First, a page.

For those looking for insight on the scandals engulfing the Obama administration, read Boss, Mike Royko’s classic 1971 biography of former Chicago Mayor Richard J. Daley.
The IRS targeting of conservative groups and the Department of Justice (DOJ) criminalizing reporting will make more sense after understanding how the infamous Chicago Machine, the one that birthed President Barack Obama, worked.
It’s the one where honest police “were distinguished by their rank, which was seldom above patrolman.” It’s the one where millionaires were allowed to “contribute to the party, serve on advisory boards, take on time-consuming appointments and help elect Machine Democrats to office.” And it’s the one where everyone knew their role without being told. In order to be elected one had to make it through the system, “beginning as doorbell ringers, working in the jobs their sponsors got for them, pushing the ward book, buying the tickets, doing the favors, holding the coats, opening the doors, putting in the fix…”
Obama did not rise through the Machine like Daley or his son Richard, Mayor of Chicago from 1989 to 2011. He adopted it, by moving to Chicago for good after Harvard Law School.
As he told the Hyde Park Herald in 1995, “I came home in Chicago… I began to see my identity and my individual struggles were one with the struggles that folks face in Chicago.”
The man who had never been a ward committeeman or moved up the patronage job ladder originally saw himself as above its parochial maneuverings. But he learned the hard way after U.S. Rep. Bobby Rush decimated him in a 2000 primary that he would get nowhere as the proverbial “nobody nobody sent.”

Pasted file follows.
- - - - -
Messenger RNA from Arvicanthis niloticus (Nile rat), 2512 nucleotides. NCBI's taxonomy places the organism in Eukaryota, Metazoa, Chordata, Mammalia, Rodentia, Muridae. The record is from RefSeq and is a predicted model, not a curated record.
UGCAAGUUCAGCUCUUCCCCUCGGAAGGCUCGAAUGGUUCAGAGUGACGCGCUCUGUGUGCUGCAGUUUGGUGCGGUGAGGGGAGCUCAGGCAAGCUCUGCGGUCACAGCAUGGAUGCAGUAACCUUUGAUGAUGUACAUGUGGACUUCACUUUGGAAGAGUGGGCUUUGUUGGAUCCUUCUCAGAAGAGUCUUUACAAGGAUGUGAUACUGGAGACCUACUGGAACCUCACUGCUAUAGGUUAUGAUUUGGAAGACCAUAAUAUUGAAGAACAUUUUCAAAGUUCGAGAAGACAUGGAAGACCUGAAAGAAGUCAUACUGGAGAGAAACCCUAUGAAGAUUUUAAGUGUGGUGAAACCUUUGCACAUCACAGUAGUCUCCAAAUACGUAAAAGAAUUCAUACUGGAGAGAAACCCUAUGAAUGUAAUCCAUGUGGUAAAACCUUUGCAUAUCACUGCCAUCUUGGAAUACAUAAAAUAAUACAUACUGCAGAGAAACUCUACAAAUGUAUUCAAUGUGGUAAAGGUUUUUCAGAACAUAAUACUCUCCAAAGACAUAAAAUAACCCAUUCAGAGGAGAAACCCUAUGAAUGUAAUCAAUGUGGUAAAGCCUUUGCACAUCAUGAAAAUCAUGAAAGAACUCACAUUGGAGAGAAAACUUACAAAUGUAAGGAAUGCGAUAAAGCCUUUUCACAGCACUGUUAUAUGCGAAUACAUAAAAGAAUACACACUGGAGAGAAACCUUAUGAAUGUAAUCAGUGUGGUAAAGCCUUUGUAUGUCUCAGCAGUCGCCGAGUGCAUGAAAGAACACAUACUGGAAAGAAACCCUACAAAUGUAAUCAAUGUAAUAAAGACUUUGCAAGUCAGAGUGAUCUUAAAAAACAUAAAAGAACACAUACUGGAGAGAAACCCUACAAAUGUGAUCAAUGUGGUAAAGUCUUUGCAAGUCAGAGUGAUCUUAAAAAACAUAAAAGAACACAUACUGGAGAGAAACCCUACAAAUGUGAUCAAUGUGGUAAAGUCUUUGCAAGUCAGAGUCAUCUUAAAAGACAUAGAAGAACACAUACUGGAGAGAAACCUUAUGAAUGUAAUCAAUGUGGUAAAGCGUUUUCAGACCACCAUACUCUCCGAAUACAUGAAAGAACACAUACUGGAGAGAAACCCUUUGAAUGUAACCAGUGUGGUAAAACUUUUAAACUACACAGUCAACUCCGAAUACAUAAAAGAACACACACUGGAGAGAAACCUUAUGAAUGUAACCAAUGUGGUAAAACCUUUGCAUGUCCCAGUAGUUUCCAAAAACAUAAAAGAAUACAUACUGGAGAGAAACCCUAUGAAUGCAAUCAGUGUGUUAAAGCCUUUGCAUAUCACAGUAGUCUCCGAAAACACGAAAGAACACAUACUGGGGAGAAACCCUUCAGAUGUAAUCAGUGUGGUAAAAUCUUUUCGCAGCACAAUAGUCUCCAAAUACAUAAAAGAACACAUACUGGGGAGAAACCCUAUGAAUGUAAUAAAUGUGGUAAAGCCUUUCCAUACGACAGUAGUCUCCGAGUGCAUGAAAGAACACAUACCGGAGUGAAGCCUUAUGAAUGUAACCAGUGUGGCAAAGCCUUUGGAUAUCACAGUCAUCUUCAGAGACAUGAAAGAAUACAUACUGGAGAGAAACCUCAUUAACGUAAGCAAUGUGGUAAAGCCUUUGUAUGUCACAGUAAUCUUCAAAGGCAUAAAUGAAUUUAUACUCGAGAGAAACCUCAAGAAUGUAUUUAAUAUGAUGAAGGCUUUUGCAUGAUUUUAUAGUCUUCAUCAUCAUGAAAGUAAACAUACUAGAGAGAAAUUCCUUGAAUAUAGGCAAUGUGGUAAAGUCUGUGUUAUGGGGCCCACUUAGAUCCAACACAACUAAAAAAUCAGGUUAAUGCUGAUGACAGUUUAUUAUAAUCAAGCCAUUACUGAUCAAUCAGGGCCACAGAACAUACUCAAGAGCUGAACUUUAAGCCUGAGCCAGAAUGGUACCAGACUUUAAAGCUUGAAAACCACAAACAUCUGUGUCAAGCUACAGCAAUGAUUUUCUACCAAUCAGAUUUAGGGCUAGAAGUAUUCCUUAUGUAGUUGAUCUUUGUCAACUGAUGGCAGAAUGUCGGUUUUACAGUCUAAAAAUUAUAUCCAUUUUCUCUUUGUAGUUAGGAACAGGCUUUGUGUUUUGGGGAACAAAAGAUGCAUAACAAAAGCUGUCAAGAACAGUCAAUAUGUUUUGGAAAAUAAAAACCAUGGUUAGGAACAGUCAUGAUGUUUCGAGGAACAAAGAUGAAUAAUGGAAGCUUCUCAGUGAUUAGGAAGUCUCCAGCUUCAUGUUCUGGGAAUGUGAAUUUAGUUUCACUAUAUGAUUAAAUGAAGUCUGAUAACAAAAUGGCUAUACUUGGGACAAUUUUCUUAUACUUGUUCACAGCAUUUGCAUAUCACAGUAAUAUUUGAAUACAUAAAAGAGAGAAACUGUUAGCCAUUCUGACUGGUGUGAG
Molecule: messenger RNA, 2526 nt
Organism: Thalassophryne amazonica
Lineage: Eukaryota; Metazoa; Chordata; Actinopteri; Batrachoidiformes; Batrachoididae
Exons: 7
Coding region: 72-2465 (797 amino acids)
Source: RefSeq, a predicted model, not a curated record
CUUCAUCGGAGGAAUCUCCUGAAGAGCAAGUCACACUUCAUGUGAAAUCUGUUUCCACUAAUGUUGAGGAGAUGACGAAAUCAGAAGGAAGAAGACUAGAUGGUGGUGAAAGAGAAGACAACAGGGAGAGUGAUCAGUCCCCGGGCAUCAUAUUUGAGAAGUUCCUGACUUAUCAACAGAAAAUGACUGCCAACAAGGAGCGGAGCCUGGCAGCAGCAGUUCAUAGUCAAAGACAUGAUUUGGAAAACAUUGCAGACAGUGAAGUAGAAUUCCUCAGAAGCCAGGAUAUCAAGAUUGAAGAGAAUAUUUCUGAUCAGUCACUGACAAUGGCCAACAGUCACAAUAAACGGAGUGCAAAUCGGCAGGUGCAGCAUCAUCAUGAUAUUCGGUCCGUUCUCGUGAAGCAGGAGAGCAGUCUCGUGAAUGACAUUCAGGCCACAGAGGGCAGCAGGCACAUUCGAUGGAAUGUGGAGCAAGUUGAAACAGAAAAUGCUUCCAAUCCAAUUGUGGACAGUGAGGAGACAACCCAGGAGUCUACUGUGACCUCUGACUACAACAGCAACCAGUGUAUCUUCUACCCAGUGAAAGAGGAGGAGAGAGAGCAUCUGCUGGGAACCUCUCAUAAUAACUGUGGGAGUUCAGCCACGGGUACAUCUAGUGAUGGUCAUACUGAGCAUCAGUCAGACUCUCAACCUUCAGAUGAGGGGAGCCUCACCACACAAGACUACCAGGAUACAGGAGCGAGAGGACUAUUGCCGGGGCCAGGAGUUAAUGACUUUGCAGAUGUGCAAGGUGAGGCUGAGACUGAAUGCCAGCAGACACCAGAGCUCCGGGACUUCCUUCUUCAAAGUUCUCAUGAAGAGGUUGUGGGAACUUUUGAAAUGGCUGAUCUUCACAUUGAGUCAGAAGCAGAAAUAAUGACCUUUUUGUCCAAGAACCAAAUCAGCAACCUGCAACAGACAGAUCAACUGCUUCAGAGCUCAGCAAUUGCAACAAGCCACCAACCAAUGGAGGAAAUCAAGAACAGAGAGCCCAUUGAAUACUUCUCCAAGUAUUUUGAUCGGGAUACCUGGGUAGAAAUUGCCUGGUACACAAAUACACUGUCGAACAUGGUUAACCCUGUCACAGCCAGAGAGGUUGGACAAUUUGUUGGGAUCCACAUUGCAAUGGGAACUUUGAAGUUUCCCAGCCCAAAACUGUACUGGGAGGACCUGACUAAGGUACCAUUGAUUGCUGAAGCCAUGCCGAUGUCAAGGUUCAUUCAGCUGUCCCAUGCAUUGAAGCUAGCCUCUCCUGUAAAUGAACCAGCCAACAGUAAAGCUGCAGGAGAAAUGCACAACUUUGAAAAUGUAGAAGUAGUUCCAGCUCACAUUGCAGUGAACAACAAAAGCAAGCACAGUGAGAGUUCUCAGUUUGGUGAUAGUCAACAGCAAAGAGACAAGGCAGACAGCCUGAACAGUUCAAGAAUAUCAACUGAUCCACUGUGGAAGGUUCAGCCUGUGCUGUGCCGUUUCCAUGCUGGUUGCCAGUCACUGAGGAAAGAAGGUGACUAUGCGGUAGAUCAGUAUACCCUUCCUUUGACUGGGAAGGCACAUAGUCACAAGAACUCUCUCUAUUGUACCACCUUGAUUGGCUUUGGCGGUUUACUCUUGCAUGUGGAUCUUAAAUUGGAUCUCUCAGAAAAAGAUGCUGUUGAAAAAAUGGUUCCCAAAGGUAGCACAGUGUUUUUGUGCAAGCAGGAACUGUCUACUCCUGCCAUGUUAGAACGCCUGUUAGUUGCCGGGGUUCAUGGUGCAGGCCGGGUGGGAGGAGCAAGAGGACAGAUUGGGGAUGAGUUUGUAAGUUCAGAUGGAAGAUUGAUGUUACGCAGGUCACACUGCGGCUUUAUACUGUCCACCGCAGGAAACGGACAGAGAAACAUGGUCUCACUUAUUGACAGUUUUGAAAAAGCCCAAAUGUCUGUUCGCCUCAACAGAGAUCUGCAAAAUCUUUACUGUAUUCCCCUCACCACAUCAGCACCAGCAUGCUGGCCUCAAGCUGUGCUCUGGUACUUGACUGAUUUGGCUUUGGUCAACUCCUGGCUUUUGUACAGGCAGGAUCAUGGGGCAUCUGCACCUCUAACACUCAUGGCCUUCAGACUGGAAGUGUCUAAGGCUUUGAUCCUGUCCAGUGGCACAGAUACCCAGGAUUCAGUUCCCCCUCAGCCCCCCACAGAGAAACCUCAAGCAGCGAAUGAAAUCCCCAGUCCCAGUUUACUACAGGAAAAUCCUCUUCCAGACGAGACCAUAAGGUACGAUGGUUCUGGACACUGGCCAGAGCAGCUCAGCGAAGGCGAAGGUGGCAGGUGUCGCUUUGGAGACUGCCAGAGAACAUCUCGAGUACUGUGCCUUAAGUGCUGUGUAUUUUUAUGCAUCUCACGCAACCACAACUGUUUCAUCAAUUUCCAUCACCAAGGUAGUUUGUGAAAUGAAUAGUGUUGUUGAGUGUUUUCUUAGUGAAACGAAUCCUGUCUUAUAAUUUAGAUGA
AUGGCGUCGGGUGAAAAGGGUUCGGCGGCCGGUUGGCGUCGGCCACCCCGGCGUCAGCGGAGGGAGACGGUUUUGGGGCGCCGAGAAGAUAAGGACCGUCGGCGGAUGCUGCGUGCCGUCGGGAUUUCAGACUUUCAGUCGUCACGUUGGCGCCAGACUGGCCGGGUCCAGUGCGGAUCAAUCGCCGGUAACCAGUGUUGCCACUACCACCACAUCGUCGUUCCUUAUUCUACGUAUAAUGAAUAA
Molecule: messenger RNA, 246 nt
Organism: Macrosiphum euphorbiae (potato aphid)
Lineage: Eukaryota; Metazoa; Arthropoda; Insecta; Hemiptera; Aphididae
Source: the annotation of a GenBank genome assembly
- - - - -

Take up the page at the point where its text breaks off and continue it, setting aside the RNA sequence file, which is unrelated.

So he embraced it, ingratiating himself with the proper pastors, politicians and now-Commerce Secretary nominee Penny Pritzker, the billionaire whose family founded Hyatt Hotels and who raised millions for him. And life was good. He moved from Illinois state senator to U.S. Senator under their tutelage.
Schooled in its powers, he moved key sections of the Democratic National Committee to Chicago in 2008 so that it could be fully integrated into his campaign, thereby Chicago-fying national Democratic politics. And its imprint can be found all over the scandals even if Obama’s official fingerprints aren’t.
It can be seen in Lois Lerner, the head of the section at the IRS that handles tax-exempt applications, declaring that she broke no law and did nothing wrong before she took the Fifth. And it can be seen in the focused auditing of conservative groups, the coordination across multiple federal agencies of audits, inspections and investigations of some and in one case, the release of IRS records to a group’s political opponent. Like exemplary patronage employees who worked their way up the local Democratic ladder by following its rules, she and her managers methodically accomplished party goals, the only law they knew.
When President Obama’s reelection campaign said “wealthy individuals with less-than-reputable records” are donating to his political opponent Mitt Romney, they used their power to audit them! When the president berated Supreme Court justices sitting in front of him at the 2010 State of the Union speech for making it easier for corporations to donate to political causes, they targeted groups, hundreds of them, funded by the new cash flowing through the political system, for special scrutiny, delayed their tax-exempt applications for years and coordinated the operation across the country like a well-oiled … machine. When Obama in 2010 called Fox News “destructive to [America’s] long-term growth”, Eric Holder’s Justice Department took it one step further by labeling one of its reporters a criminal co-conspirator in a national security investigation.
The Obama administration keeps acting as if they knew nothing about the yin to their yang. The distancing has become so scripted it was almost comical when on May 15 President Obama took to the airwaves to announce the firing of the acting IRS commissioner without mentioning his name, as if he was so far removed from the operations of the organization he didn’t know its leader.
That posture didn’t work for an embattled Daley in his second term. As Royko writes, “But since everybody took orders from him, nobody was impressed by his pose…” Daley fixed his problems by launching a public relations program and was soon on top again, “treated like a hero and a reformer.”
There are no government heroes in this story, however. Only people who deserve the full consequences of a rule of law that applies to everyone, even them.
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